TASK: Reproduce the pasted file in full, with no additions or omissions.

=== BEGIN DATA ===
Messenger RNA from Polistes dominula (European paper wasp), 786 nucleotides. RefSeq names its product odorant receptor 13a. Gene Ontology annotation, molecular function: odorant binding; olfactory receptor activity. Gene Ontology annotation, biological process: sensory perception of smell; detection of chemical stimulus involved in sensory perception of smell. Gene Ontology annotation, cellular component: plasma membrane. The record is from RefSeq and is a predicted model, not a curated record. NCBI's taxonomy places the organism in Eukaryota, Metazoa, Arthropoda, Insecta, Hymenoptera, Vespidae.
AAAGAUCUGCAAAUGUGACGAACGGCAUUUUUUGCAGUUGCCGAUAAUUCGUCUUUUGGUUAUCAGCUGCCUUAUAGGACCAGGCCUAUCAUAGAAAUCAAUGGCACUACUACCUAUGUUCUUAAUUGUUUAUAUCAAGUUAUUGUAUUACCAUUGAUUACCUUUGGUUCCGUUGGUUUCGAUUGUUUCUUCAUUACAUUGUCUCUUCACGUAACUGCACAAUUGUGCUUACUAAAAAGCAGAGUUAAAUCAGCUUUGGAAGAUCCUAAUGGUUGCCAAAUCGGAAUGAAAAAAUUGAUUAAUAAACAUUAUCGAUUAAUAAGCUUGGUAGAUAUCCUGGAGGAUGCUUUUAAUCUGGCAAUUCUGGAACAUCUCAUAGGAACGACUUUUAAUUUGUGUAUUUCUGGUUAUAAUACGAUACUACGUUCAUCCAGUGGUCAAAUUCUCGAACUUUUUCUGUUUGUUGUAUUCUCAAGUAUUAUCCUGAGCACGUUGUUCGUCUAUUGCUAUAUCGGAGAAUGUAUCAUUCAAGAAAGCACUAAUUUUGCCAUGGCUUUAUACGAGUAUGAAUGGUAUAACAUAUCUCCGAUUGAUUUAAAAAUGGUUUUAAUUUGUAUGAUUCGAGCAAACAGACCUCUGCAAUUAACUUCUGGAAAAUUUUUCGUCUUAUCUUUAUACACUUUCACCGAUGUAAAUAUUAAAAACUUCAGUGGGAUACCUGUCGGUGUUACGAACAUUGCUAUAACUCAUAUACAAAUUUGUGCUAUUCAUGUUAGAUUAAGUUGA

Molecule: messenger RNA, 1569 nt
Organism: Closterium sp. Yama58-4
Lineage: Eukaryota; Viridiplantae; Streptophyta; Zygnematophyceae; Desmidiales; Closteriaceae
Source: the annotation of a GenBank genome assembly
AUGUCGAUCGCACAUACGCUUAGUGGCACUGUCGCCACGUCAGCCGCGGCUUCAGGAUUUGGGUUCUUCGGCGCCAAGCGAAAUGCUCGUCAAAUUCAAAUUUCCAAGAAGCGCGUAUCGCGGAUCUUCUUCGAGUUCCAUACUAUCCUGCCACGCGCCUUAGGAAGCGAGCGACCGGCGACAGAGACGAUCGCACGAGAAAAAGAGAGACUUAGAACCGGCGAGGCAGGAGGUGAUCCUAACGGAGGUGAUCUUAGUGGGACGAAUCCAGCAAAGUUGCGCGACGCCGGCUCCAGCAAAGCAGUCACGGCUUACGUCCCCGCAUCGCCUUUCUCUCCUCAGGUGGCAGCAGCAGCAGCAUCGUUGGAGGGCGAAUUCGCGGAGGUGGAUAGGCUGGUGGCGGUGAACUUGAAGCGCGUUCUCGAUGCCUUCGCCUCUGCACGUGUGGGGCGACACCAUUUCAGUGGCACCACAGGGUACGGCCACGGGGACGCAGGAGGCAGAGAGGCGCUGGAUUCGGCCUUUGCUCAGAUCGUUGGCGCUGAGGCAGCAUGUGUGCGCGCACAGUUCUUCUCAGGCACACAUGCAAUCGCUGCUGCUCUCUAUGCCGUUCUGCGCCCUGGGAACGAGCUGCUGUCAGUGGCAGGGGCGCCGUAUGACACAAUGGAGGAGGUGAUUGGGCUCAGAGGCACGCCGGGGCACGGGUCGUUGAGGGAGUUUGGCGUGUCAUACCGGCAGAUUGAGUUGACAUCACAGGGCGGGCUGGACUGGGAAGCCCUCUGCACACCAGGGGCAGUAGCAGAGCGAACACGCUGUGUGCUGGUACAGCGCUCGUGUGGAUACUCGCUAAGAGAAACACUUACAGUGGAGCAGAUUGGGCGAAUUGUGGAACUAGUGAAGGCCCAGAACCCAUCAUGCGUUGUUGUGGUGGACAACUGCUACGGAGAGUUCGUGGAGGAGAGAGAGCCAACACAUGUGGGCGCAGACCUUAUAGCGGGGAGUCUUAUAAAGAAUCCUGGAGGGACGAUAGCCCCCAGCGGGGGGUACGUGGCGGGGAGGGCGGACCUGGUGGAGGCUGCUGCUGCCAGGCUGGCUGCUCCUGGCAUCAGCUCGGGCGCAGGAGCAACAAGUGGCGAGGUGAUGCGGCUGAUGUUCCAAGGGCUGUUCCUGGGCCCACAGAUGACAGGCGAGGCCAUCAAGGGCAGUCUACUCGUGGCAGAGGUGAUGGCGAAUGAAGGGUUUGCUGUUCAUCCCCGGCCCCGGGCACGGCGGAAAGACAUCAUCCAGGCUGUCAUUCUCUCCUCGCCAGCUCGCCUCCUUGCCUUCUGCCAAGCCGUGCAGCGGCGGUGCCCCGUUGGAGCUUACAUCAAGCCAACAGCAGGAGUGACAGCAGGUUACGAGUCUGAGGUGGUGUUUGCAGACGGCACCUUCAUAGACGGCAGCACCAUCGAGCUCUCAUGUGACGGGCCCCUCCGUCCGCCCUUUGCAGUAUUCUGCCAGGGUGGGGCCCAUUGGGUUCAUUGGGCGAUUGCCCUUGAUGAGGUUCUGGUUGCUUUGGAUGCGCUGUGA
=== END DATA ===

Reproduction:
Messenger RNA from Polistes dominula (European paper wasp), 786 nucleotides. RefSeq names its product odorant receptor 13a. Gene Ontology annotation, molecular function: odorant binding; olfactory receptor activity. Gene Ontology annotation, biological process: sensory perception of smell; detection of chemical stimulus involved in sensory perception of smell. Gene Ontology annotation, cellular component: plasma membrane. The record is from RefSeq and is a predicted model, not a curated record. NCBI's taxonomy places the organism in Eukaryota, Metazoa, Arthropoda, Insecta, Hymenoptera, Vespidae.
AAAGAUCUGCAAAUGUGACGAACGGCAUUUUUUGCAGUUGCCGAUAAUUCGUCUUUUGGUUAUCAGCUGCCUUAUAGGACCAGGCCUAUCAUAGAAAUCAAUGGCACUACUACCUAUGUUCUUAAUUGUUUAUAUCAAGUUAUUGUAUUACCAUUGAUUACCUUUGGUUCCGUUGGUUUCGAUUGUUUCUUCAUUACAUUGUCUCUUCACGUAACUGCACAAUUGUGCUUACUAAAAAGCAGAGUUAAAUCAGCUUUGGAAGAUCCUAAUGGUUGCCAAAUCGGAAUGAAAAAAUUGAUUAAUAAACAUUAUCGAUUAAUAAGCUUGGUAGAUAUCCUGGAGGAUGCUUUUAAUCUGGCAAUUCUGGAACAUCUCAUAGGAACGACUUUUAAUUUGUGUAUUUCUGGUUAUAAUACGAUACUACGUUCAUCCAGUGGUCAAAUUCUCGAACUUUUUCUGUUUGUUGUAUUCUCAAGUAUUAUCCUGAGCACGUUGUUCGUCUAUUGCUAUAUCGGAGAAUGUAUCAUUCAAGAAAGCACUAAUUUUGCCAUGGCUUUAUACGAGUAUGAAUGGUAUAACAUAUCUCCGAUUGAUUUAAAAAUGGUUUUAAUUUGUAUGAUUCGAGCAAACAGACCUCUGCAAUUAACUUCUGGAAAAUUUUUCGUCUUAUCUUUAUACACUUUCACCGAUGUAAAUAUUAAAAACUUCAGUGGGAUACCUGUCGGUGUUACGAACAUUGCUAUAACUCAUAUACAAAUUUGUGCUAUUCAUGUUAGAUUAAGUUGA

Molecule: messenger RNA, 1569 nt
Organism: Closterium sp. Yama58-4
Lineage: Eukaryota; Viridiplantae; Streptophyta; Zygnematophyceae; Desmidiales; Closteriaceae
Source: the annotation of a GenBank genome assembly
AUGUCGAUCGCACAUACGCUUAGUGGCACUGUCGCCACGUCAGCCGCGGCUUCAGGAUUUGGGUUCUUCGGCGCCAAGCGAAAUGCUCGUCAAAUUCAAAUUUCCAAGAAGCGCGUAUCGCGGAUCUUCUUCGAGUUCCAUACUAUCCUGCCACGCGCCUUAGGAAGCGAGCGACCGGCGACAGAGACGAUCGCACGAGAAAAAGAGAGACUUAGAACCGGCGAGGCAGGAGGUGAUCCUAACGGAGGUGAUCUUAGUGGGACGAAUCCAGCAAAGUUGCGCGACGCCGGCUCCAGCAAAGCAGUCACGGCUUACGUCCCCGCAUCGCCUUUCUCUCCUCAGGUGGCAGCAGCAGCAGCAUCGUUGGAGGGCGAAUUCGCGGAGGUGGAUAGGCUGGUGGCGGUGAACUUGAAGCGCGUUCUCGAUGCCUUCGCCUCUGCACGUGUGGGGCGACACCAUUUCAGUGGCACCACAGGGUACGGCCACGGGGACGCAGGAGGCAGAGAGGCGCUGGAUUCGGCCUUUGCUCAGAUCGUUGGCGCUGAGGCAGCAUGUGUGCGCGCACAGUUCUUCUCAGGCACACAUGCAAUCGCUGCUGCUCUCUAUGCCGUUCUGCGCCCUGGGAACGAGCUGCUGUCAGUGGCAGGGGCGCCGUAUGACACAAUGGAGGAGGUGAUUGGGCUCAGAGGCACGCCGGGGCACGGGUCGUUGAGGGAGUUUGGCGUGUCAUACCGGCAGAUUGAGUUGACAUCACAGGGCGGGCUGGACUGGGAAGCCCUCUGCACACCAGGGGCAGUAGCAGAGCGAACACGCUGUGUGCUGGUACAGCGCUCGUGUGGAUACUCGCUAAGAGAAACACUUACAGUGGAGCAGAUUGGGCGAAUUGUGGAACUAGUGAAGGCCCAGAACCCAUCAUGCGUUGUUGUGGUGGACAACUGCUACGGAGAGUUCGUGGAGGAGAGAGAGCCAACACAUGUGGGCGCAGACCUUAUAGCGGGGAGUCUUAUAAAGAAUCCUGGAGGGACGAUAGCCCCCAGCGGGGGGUACGUGGCGGGGAGGGCGGACCUGGUGGAGGCUGCUGCUGCCAGGCUGGCUGCUCCUGGCAUCAGCUCGGGCGCAGGAGCAACAAGUGGCGAGGUGAUGCGGCUGAUGUUCCAAGGGCUGUUCCUGGGCCCACAGAUGACAGGCGAGGCCAUCAAGGGCAGUCUACUCGUGGCAGAGGUGAUGGCGAAUGAAGGGUUUGCUGUUCAUCCCCGGCCCCGGGCACGGCGGAAAGACAUCAUCCAGGCUGUCAUUCUCUCCUCGCCAGCUCGCCUCCUUGCCUUCUGCCAAGCCGUGCAGCGGCGGUGCCCCGUUGGAGCUUACAUCAAGCCAACAGCAGGAGUGACAGCAGGUUACGAGUCUGAGGUGGUGUUUGCAGACGGCACCUUCAUAGACGGCAGCACCAUCGAGCUCUCAUGUGACGGGCCCCUCCGUCCGCCCUUUGCAGUAUUCUGCCAGGGUGGGGCCCAUUGGGUUCAUUGGGCGAUUGCCCUUGAUGAGGUUCUGGUUGCUUUGGAUGCGCUGUGA